Peter Mark Doggrell, huntsman of the Blackmore and Sparkford Vale (UK), was found not guilty of contravening the Hunting Act of 2004 by hunting a fox with hounds. The case was heard at Taunton Magistrates Court on Tuesday, January 21, 2020.
Video evidence by three different cameramen was played in the court by the prosecution, and appeared to show hounds in cry before entering the churchyard of Church of St Peter and St Paul in Charlton Horethorne, near Wincanton and Sherborne, on Saturday, February 23, 2019. The footage also appeared to show a fox running through the churchyard.
A cameraman challenged a whipper-in to “leave off that fox right now.” The whipper-in was heard calling off the hounds.
Doggrell, a huntsman of fifteen years, argued that his hounds were following a scented trail. From a field neighboring the churchyard, he used his horn to call hounds out and get the pack back together.
“I realized there were hounds in the churchyard as some had come from over the wall,” he said. “They obviously temporarily left the trail so that’s why I made the noise (with my horn) to get them onto the lead hounds. They were all together then and went across the grass field and exited via the gate.”
When challenged by the prosecution that he was “aware that there was a fox in that churchyard” and posited that he “deliberately surrounded the church” to hunt the animal, Doggrell replied “no.”
Doggrell added that he had only become aware that a fox was in the area after his whipper-in attempted to stop the hounds. “I could hear him stopping them. I stopped them with my horn.” He admitted he was aware that his hounds were not permitted to enter the churchyard or a nearby private garden.
Magistrates delivered a not guilty verdict after hearing from other witnesses. The Countryside Alliance welcomed the verdict but criticized the allegations made by deeply prejudiced anti-hunting activists. A spokesman for the Countryside Alliance said: “There is a long history of such cases resulting in not guilty verdicts when the evidence fails to meet the claims made by people who are only interested in attacking hunting.”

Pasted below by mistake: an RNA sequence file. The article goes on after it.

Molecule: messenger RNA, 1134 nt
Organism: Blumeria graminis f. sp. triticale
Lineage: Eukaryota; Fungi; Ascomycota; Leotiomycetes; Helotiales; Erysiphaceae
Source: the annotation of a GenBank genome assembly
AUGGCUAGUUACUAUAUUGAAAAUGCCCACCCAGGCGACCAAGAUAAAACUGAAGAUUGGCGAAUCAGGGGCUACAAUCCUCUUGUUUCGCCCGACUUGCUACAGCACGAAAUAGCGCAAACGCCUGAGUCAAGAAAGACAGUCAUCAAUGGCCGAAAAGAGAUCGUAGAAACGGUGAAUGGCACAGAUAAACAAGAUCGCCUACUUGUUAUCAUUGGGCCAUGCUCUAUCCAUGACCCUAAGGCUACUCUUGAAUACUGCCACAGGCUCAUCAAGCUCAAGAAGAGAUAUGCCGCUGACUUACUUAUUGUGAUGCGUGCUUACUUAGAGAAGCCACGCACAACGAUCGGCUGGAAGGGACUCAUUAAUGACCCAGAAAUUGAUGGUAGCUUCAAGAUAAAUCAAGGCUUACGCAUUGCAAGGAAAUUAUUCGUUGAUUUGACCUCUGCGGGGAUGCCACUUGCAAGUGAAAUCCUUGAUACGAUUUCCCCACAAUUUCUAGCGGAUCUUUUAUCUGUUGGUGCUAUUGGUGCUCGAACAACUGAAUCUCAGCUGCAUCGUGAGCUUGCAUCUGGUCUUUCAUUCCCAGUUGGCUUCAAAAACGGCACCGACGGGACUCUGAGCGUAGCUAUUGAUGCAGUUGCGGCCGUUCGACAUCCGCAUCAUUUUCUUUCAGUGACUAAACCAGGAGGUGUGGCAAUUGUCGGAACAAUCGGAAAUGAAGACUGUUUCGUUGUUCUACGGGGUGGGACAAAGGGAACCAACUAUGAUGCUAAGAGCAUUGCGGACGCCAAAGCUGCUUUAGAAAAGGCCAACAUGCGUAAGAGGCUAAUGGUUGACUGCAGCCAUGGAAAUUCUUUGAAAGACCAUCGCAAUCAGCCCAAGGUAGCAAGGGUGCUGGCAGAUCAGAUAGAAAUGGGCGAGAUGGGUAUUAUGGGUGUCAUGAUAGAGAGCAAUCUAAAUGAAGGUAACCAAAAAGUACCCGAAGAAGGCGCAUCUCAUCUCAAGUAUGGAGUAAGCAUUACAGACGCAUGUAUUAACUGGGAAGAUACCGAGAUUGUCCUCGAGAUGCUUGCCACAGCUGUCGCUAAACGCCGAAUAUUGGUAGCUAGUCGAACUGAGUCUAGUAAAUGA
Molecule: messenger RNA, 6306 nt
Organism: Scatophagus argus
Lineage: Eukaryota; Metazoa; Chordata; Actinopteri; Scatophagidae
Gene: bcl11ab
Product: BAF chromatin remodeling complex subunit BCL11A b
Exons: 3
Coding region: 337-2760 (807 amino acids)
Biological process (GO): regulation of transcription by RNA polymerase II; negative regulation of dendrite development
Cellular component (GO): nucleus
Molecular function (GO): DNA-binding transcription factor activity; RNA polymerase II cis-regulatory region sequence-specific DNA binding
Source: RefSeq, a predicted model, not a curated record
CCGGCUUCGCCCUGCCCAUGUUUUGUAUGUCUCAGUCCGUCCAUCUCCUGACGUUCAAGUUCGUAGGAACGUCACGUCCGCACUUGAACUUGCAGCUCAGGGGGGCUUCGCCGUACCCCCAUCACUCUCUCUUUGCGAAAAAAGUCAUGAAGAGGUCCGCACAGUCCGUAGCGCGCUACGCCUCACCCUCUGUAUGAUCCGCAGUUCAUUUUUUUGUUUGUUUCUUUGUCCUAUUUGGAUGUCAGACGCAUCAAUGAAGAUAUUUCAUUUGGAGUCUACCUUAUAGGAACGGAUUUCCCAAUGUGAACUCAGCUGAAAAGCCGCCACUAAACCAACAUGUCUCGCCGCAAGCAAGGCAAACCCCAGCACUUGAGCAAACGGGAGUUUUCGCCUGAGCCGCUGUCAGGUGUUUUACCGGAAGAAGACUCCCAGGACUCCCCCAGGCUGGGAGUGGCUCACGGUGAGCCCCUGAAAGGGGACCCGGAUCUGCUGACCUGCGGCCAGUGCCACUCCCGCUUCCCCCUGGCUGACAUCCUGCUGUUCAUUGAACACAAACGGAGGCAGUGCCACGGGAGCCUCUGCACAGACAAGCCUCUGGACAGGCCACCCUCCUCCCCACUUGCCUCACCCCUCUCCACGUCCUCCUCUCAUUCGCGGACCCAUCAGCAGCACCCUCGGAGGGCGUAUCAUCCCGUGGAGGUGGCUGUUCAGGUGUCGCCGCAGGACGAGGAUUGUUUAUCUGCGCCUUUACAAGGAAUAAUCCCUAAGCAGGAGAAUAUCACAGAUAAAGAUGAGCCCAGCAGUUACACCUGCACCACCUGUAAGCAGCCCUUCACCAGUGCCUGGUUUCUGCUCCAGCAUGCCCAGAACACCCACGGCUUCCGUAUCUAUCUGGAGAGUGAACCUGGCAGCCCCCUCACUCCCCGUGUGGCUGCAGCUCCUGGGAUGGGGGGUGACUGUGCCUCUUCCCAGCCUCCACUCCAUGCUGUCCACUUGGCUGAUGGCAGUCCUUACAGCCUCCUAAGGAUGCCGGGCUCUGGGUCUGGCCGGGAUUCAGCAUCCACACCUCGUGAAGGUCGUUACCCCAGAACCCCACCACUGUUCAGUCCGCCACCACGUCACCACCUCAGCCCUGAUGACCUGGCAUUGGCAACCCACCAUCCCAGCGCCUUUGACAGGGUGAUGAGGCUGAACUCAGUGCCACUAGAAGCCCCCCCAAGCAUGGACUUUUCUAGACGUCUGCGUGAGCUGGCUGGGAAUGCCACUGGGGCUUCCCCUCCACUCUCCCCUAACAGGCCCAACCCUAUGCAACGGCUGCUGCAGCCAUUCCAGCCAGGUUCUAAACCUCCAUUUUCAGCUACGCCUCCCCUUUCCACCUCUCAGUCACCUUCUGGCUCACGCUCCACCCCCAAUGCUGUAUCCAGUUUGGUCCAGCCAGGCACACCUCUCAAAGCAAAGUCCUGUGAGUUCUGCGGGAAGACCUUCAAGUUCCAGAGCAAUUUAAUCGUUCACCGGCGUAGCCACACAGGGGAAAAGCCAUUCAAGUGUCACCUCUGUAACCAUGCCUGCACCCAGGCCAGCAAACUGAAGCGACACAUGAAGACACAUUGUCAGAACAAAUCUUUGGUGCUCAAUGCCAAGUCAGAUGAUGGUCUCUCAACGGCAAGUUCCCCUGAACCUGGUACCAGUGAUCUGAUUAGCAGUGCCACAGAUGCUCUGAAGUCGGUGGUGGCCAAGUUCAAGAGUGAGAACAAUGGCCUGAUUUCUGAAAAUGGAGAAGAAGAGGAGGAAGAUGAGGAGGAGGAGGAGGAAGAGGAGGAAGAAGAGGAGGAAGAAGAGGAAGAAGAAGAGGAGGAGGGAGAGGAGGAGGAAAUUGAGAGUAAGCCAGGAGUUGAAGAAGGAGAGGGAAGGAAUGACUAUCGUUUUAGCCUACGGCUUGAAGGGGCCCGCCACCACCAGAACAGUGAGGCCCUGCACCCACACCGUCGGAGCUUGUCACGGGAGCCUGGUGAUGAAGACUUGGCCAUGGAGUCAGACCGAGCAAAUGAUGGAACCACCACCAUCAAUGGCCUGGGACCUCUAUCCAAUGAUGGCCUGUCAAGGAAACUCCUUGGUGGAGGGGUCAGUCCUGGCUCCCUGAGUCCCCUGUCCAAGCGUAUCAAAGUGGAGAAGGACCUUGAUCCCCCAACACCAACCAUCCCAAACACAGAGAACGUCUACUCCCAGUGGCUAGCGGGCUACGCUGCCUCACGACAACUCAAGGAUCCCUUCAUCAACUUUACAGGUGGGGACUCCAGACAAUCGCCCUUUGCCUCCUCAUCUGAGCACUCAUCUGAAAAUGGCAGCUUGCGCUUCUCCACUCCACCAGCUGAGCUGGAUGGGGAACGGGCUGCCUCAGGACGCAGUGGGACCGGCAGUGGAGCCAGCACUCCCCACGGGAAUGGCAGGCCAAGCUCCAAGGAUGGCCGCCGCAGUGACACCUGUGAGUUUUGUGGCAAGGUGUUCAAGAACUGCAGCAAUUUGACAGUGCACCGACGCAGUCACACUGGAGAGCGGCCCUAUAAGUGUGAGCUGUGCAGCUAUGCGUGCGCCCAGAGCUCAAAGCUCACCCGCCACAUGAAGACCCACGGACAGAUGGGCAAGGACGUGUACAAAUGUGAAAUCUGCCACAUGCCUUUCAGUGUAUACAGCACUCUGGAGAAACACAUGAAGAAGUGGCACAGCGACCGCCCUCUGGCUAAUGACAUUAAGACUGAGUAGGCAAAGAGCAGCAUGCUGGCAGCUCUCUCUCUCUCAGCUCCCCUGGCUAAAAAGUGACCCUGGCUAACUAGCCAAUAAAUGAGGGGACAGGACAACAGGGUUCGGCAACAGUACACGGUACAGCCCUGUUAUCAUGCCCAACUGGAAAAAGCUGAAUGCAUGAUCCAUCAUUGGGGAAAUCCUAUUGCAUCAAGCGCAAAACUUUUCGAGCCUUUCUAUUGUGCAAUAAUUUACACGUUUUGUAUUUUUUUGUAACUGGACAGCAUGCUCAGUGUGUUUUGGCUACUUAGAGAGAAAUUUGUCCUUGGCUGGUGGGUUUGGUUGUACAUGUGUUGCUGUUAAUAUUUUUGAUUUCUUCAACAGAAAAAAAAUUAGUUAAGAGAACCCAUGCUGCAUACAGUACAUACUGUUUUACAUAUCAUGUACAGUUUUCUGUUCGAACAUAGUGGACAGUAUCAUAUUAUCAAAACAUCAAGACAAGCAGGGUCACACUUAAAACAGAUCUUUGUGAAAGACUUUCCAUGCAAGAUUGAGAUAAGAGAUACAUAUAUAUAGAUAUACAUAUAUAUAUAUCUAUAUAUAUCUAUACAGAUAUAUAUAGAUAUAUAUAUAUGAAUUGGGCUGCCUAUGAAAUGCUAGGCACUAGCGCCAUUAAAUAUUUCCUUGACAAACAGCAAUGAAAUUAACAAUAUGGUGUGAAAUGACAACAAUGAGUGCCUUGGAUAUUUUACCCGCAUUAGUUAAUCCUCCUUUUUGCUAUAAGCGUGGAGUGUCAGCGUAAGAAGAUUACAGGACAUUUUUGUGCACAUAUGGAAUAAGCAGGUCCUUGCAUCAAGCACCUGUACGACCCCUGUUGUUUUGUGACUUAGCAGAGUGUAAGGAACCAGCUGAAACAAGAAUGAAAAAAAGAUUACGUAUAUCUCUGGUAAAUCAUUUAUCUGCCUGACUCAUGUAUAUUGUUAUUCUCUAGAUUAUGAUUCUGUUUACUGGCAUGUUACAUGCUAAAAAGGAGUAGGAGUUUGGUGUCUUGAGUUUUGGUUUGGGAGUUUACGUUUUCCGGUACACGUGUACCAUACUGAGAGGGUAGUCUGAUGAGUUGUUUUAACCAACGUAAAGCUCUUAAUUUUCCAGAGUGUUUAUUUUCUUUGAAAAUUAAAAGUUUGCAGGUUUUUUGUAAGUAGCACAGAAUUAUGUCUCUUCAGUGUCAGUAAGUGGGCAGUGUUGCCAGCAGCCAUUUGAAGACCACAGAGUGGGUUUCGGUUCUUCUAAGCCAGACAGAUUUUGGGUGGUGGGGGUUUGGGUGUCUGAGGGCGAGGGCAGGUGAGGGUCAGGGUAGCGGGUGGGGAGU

“This is another example of police resources and court time being wasted when there is no valid evidence that illegal hunting has taken place. We would urge the police and CPS to carefully consider whether allegations made by committed activists should really lead to charges being brought.”
A spokesman for Somerset Wildlife Crime called it a “very disappointing result.”
“The hounds tore through consecrated ground in pursuit of an identified wild mammal,” said the spokesman. “The law isn’t working, and this case signifies exactly why we need a recklessness clause added to it. With such a clause, antis assert that British wildlife would be afforded the protection they were meant to benefit from when the Hunting Act was passed nearly fifteen years ago. They argue there is no excuse for any hounds to pursue a fox, hare, stag or any other animal.
A reckless behavior clause which activists wish to insert into the Hunting Act would render the claim of an “accident” unpersuasive. Foxhunters would be guilty of an offence if they “caused or permitted” their hounds to chase live quarry having switched from the drag accidentally.
Such a clause could also be used by prosecutors to ensure that ‘searching’ for a wild mammal with dogs falls under the definition of ‘hunting.’ Antis claim that this is what the legislators intended. However, more than ten years ago, the High Court upheld an appeal against the conviction of Exmoor huntsman Tony Wright and declared that ‘searching’ was not ‘hunting’ within the meaning of the Act. The Court also emphasized the necessity of proving intent on the hunters’ part.
As a result of the High Court’s judgement in Wright’s favor, activists complain that the evidential bar which must be cleared to make a prosecution possible, let alone end in conviction, was raised too high. They are now determined to overcome future decisions that rely on that theory with a reckless behavior clause.
Posted February 17, 2020